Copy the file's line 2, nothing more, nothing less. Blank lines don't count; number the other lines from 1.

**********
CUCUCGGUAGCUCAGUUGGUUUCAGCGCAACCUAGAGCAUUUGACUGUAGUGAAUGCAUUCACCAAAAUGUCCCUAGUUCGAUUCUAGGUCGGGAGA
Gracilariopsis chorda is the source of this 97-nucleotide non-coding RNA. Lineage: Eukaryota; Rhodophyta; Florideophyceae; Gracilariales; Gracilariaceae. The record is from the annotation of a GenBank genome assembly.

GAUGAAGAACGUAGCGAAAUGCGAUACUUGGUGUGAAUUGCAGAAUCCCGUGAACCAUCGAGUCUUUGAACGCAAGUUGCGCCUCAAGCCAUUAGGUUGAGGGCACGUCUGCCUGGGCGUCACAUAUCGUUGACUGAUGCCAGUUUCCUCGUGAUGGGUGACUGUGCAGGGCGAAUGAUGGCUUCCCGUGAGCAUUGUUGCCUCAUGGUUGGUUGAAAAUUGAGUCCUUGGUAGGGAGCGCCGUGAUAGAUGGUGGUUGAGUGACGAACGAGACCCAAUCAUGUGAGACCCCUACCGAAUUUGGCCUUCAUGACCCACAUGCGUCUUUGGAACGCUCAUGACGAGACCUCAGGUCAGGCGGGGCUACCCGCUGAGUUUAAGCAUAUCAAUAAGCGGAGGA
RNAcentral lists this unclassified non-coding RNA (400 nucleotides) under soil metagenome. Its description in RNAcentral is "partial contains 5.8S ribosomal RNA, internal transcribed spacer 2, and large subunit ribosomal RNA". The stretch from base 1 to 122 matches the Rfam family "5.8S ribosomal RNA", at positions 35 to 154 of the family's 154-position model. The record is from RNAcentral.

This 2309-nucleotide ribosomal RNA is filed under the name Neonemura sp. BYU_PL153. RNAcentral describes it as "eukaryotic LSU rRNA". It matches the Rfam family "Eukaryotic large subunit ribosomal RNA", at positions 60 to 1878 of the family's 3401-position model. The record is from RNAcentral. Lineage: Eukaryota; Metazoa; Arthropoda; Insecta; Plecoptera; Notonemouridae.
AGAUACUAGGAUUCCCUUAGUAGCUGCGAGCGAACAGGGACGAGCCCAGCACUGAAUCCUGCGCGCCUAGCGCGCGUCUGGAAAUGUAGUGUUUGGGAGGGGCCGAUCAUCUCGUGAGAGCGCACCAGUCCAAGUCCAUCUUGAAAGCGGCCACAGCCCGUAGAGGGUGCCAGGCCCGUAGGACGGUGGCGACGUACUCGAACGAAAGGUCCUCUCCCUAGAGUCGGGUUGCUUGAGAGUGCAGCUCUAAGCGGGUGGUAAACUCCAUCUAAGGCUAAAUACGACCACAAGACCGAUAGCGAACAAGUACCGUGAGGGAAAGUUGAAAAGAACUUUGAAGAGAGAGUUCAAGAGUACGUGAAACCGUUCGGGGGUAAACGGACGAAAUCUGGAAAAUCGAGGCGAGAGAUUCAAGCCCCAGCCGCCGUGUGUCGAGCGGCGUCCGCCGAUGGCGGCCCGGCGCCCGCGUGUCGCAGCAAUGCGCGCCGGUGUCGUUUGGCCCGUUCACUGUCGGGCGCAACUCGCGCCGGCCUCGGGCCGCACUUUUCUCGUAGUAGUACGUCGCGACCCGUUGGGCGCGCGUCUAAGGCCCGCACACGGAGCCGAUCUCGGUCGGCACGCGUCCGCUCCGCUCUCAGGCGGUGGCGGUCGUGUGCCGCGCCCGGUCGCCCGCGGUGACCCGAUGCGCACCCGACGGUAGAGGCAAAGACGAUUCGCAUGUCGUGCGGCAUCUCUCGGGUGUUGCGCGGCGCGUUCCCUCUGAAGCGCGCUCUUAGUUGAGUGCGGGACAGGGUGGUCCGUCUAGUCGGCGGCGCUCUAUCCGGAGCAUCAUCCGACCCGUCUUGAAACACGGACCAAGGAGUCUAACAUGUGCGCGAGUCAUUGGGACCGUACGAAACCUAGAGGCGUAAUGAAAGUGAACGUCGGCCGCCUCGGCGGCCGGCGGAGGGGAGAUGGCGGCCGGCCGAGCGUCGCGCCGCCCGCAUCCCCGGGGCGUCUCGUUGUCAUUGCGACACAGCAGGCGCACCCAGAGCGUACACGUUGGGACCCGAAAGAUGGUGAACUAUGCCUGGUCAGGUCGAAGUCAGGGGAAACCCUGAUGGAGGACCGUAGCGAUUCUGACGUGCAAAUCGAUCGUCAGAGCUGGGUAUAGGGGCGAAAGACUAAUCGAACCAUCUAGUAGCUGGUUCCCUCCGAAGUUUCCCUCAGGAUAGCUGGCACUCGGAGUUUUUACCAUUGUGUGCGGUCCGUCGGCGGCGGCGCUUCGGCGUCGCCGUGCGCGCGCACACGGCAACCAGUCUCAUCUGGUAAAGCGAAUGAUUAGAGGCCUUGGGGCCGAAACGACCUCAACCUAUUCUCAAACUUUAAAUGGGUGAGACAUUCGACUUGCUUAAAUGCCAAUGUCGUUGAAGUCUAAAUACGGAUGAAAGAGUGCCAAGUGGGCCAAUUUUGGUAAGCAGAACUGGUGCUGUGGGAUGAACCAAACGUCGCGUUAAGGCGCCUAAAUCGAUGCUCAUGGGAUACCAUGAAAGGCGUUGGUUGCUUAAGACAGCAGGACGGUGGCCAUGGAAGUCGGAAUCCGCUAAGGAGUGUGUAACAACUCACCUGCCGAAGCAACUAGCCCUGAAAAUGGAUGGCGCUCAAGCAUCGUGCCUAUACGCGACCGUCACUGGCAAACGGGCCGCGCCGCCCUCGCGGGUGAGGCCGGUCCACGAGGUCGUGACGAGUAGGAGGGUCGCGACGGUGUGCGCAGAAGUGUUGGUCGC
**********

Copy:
Gracilariopsis chorda is the source of this 97-nucleotide non-coding RNA. Lineage: Eukaryota; Rhodophyta; Florideophyceae; Gracilariales; Gracilariaceae. The record is from the annotation of a GenBank genome assembly.